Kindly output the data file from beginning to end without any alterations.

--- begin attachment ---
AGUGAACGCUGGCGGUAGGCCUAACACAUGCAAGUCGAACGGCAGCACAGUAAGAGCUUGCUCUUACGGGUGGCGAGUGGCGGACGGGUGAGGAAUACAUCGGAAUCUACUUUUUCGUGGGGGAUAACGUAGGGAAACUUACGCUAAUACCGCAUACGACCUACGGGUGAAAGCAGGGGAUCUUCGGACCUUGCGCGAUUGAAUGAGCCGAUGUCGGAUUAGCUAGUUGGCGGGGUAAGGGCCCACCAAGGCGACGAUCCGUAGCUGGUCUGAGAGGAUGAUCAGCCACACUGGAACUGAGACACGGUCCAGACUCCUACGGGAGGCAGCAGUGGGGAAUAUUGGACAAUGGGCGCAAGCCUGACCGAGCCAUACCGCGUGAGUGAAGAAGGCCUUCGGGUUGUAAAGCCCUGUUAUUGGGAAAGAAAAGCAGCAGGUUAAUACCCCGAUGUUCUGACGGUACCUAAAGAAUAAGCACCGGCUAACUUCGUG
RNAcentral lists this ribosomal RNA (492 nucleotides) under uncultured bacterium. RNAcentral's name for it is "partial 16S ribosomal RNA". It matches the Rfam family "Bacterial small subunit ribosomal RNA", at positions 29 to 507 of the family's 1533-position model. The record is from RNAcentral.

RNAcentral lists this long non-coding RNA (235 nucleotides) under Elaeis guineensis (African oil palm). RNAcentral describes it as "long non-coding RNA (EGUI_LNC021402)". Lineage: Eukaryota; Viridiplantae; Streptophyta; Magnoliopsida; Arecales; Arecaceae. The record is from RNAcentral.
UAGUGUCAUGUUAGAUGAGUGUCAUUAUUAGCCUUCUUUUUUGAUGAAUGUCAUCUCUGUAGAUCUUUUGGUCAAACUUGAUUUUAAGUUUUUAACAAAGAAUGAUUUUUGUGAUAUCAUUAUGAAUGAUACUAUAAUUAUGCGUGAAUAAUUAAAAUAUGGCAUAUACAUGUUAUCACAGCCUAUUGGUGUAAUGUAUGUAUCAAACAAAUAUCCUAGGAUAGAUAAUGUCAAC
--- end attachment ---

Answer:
AGUGAACGCUGGCGGUAGGCCUAACACAUGCAAGUCGAACGGCAGCACAGUAAGAGCUUGCUCUUACGGGUGGCGAGUGGCGGACGGGUGAGGAAUACAUCGGAAUCUACUUUUUCGUGGGGGAUAACGUAGGGAAACUUACGCUAAUACCGCAUACGACCUACGGGUGAAAGCAGGGGAUCUUCGGACCUUGCGCGAUUGAAUGAGCCGAUGUCGGAUUAGCUAGUUGGCGGGGUAAGGGCCCACCAAGGCGACGAUCCGUAGCUGGUCUGAGAGGAUGAUCAGCCACACUGGAACUGAGACACGGUCCAGACUCCUACGGGAGGCAGCAGUGGGGAAUAUUGGACAAUGGGCGCAAGCCUGACCGAGCCAUACCGCGUGAGUGAAGAAGGCCUUCGGGUUGUAAAGCCCUGUUAUUGGGAAAGAAAAGCAGCAGGUUAAUACCCCGAUGUUCUGACGGUACCUAAAGAAUAAGCACCGGCUAACUUCGUG
RNAcentral lists this ribosomal RNA (492 nucleotides) under uncultured bacterium. RNAcentral's name for it is "partial 16S ribosomal RNA". It matches the Rfam family "Bacterial small subunit ribosomal RNA", at positions 29 to 507 of the family's 1533-position model. The record is from RNAcentral.

RNAcentral lists this long non-coding RNA (235 nucleotides) under Elaeis guineensis (African oil palm). RNAcentral describes it as "long non-coding RNA (EGUI_LNC021402)". Lineage: Eukaryota; Viridiplantae; Streptophyta; Magnoliopsida; Arecales; Arecaceae. The record is from RNAcentral.
UAGUGUCAUGUUAGAUGAGUGUCAUUAUUAGCCUUCUUUUUUGAUGAAUGUCAUCUCUGUAGAUCUUUUGGUCAAACUUGAUUUUAAGUUUUUAACAAAGAAUGAUUUUUGUGAUAUCAUUAUGAAUGAUACUAUAAUUAUGCGUGAAUAAUUAAAAUAUGGCAUAUACAUGUUAUCACAGCCUAUUGGUGUAAUGUAUGUAUCAAACAAAUAUCCUAGGAUAGAUAAUGUCAAC